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Sunday, 14 February 2016 17:06

Serody: The War on Bernie Sanders

Written by  Bob Serody

Posted February 14, 2016
National Presidential Debates Commentary / Hillary-Bernie
Member Opinion*


The War on Bernie Sanders
By Bob Serody

The people who support Bernie Sanders are mostly young people, both women and men, who appreciate a smart, educated person with experience in politics and a proven record of success on critical issues that no one else is addressing in the race for president. What’s even more important, he is consistent in his views, and his past record shows that he is totally dependable.

I know I’m preaching to the Bernie Sanders choir, but there’s a strong force out there I’d like to bring to your attention. There are superdelegates that will come to the Democratic Convention of 2016 with the purpose of handing the nomination to Hillary Clinton. Since Bernie Sanders is a superdelegate, we can depend on at least one vote in his favor. How do they differ from the delegates that are won fair and square in the state primaries (delegates that are determined either from state-wide totals or by the votes from congressional districts)?

We have to go back to George McGovern, the insurgent candidate, who won out against the party establishment and then got beaten by 20 points in the national election in a gigantic landslide. After the 1980 election, the Hunt Commission was formed to prevent a similar blowout by coming up with superdelegates, members of the National Committee, of which there are just over 400. They consist of Democratic members of the US House and US Senate, and Democratic governors, a total of 712. These superdelegates would serve as ‘wise’ persons choosing a nominee who would give more weight to the considerations of electability. After all, these groups of politicians know better than those who previously voted them into office, which sends the message that elections cannot be trusted to the voters, who need guidance from the self-professed elites of the Democratic Party.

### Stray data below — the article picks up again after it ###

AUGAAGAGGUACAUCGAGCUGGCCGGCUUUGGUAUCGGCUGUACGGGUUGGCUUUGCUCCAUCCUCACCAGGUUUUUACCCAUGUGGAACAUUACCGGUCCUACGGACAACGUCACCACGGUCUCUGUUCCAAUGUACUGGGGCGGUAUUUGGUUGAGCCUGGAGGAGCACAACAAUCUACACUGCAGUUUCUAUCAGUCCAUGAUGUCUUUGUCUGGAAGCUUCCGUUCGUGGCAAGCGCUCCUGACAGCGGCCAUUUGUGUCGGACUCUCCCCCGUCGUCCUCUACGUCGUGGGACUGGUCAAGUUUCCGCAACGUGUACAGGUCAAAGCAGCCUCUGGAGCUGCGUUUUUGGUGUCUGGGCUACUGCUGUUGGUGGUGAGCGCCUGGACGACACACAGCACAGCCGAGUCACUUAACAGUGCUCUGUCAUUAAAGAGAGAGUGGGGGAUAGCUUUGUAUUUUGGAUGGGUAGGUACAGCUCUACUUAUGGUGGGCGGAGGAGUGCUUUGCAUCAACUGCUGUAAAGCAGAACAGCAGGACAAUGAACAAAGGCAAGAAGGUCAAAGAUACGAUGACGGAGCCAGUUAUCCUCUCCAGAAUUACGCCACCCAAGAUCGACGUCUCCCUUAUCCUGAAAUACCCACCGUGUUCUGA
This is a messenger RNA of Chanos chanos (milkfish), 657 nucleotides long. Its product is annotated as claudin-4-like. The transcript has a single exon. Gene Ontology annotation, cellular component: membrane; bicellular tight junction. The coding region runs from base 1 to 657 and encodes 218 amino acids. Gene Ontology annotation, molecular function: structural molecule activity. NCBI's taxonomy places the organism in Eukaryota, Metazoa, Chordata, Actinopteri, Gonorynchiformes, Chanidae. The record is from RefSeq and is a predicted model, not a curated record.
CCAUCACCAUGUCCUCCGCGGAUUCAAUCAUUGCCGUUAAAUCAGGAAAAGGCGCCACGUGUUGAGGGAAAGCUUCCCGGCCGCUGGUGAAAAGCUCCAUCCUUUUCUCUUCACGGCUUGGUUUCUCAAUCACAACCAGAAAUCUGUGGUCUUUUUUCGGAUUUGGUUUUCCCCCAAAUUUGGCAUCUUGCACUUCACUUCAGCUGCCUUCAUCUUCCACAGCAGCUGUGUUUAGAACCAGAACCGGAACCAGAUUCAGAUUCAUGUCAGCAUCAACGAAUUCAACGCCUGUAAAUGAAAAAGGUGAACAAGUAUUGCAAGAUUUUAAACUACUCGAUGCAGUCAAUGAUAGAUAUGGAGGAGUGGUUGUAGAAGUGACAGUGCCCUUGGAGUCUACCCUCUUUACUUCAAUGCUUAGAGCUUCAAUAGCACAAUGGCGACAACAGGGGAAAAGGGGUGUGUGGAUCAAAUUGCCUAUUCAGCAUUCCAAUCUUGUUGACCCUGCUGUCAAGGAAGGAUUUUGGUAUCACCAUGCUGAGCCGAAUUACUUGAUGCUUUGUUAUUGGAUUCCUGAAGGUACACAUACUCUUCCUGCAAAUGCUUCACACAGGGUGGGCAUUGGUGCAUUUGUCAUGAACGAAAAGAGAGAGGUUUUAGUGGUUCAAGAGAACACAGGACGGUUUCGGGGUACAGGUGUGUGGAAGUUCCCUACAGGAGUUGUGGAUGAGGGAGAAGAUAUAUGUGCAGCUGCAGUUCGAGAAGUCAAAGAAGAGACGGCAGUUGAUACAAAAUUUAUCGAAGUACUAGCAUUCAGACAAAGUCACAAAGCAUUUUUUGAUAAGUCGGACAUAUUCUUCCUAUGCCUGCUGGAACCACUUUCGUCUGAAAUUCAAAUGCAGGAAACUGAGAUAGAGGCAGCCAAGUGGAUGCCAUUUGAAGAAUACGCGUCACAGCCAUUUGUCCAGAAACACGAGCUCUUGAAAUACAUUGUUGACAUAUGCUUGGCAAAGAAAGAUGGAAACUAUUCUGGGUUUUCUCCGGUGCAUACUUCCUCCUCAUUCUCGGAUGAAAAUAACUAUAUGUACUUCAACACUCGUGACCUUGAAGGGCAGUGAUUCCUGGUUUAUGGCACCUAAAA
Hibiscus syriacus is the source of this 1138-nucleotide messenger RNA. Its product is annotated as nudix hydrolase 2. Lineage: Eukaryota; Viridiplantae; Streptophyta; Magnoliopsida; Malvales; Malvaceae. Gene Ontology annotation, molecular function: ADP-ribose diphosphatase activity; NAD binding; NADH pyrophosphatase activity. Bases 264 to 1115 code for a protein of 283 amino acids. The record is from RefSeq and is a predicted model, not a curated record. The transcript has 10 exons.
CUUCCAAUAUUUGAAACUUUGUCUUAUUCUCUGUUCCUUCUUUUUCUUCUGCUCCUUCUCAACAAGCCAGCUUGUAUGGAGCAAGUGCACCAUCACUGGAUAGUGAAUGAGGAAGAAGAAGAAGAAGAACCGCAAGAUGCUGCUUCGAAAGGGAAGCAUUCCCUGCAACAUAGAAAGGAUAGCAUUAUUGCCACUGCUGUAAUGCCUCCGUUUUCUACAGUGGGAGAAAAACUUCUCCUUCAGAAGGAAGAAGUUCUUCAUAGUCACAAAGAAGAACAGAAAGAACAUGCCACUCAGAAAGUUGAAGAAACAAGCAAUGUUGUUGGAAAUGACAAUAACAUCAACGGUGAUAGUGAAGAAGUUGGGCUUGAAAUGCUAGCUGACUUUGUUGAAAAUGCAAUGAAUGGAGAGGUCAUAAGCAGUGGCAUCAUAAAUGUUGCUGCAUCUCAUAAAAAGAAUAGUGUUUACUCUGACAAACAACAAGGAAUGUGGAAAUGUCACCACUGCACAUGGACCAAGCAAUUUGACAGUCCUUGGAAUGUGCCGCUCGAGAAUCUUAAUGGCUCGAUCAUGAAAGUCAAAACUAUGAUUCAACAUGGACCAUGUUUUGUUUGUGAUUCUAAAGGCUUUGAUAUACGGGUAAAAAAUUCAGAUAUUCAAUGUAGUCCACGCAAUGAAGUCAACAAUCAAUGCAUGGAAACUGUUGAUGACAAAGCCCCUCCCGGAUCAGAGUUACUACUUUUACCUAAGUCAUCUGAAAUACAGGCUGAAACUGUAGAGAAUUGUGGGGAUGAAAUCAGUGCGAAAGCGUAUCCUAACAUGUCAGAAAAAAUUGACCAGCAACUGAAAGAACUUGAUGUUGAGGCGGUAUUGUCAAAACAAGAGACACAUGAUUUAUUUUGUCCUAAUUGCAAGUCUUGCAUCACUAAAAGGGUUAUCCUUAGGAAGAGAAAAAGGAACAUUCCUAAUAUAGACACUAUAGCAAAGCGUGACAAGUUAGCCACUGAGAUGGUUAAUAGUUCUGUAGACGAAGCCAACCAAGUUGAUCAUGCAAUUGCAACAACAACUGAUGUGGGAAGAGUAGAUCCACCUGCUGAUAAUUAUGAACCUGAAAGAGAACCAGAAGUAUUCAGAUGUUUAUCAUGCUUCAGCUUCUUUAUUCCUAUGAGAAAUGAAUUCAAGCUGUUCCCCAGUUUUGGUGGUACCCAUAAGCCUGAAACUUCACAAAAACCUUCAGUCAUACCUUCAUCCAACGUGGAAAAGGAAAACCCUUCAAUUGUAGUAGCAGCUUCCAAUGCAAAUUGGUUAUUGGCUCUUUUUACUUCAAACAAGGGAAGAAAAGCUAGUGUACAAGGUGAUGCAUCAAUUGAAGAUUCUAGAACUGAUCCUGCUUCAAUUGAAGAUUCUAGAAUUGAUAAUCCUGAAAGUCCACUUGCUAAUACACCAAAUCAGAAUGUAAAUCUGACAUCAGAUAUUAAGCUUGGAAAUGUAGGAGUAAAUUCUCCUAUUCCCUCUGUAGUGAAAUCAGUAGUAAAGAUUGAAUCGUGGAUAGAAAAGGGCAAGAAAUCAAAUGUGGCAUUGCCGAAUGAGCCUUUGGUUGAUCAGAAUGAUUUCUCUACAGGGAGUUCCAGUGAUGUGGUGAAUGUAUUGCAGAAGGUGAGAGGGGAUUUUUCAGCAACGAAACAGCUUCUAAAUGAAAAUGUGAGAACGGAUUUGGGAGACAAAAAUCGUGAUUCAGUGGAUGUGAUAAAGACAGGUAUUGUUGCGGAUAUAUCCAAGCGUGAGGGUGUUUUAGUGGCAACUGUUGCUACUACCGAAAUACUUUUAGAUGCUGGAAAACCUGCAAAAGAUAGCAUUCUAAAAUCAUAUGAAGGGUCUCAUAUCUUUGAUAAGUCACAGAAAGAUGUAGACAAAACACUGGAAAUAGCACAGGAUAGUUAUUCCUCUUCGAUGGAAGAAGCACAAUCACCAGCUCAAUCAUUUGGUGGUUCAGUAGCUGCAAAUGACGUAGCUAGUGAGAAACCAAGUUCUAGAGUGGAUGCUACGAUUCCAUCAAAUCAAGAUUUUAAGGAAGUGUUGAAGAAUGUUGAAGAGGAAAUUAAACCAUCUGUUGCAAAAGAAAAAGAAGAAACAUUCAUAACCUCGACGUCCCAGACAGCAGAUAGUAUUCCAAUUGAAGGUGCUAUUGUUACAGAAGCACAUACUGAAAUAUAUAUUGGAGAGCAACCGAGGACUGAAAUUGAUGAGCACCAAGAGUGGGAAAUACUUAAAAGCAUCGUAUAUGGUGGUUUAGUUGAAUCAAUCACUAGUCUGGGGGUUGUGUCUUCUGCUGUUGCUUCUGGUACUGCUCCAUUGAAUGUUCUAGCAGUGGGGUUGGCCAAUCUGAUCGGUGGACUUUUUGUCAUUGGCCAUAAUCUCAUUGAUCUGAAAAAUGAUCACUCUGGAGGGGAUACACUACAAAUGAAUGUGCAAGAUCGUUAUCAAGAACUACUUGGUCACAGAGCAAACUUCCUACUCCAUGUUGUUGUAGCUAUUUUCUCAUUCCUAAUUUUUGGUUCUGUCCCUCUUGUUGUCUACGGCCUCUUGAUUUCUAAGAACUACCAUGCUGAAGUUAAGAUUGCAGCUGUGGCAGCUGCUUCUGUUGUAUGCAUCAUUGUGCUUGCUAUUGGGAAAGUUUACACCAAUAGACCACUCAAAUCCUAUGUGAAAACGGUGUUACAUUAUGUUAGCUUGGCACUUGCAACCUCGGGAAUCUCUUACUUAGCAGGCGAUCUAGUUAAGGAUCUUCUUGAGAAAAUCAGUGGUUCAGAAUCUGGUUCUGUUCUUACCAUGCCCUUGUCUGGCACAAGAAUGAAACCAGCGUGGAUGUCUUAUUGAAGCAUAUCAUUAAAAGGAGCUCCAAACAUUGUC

Today, in spite of the results from Iowa and New Hampshire, Clinton leads Sanders by 394 delegates to 44 when superdelegates are included. Debby Wasserman Schultz, the DNC chair, calls them unpledged delegates who are there to ensure diversity against so-called ‘grass-roots’ delegates.

If Bernie wins the vote of the grass roots delegates and loses the nomination to Hillary Clinton because of pledged superdelegates, this could have an adverse effect on the presidential elections. Many people who support Bernie Sanders would call this outcome a rigged nomination and might not show up on Election Day to support Hillary Clinton. This in turn could result in the election of either Ted Cruz or Donald Trump. Without a fair outcome in the selection of the Democratic nominee, this could have unintended consequences, a thought that might be pondered by those superdelegates who profess to know what’s best for the Democratic Party.

Bob Serody is a member of Space Coast Progressive Alliance.

*ED. NOTE: SCPA does not endorse candidate and welcomes commentary on a wide range of issues, including political campaigns, local, regional and national. If interested in contributing commentary, contact SCPA, please click here.


Last modified on Sunday, 21 February 2016 12:01


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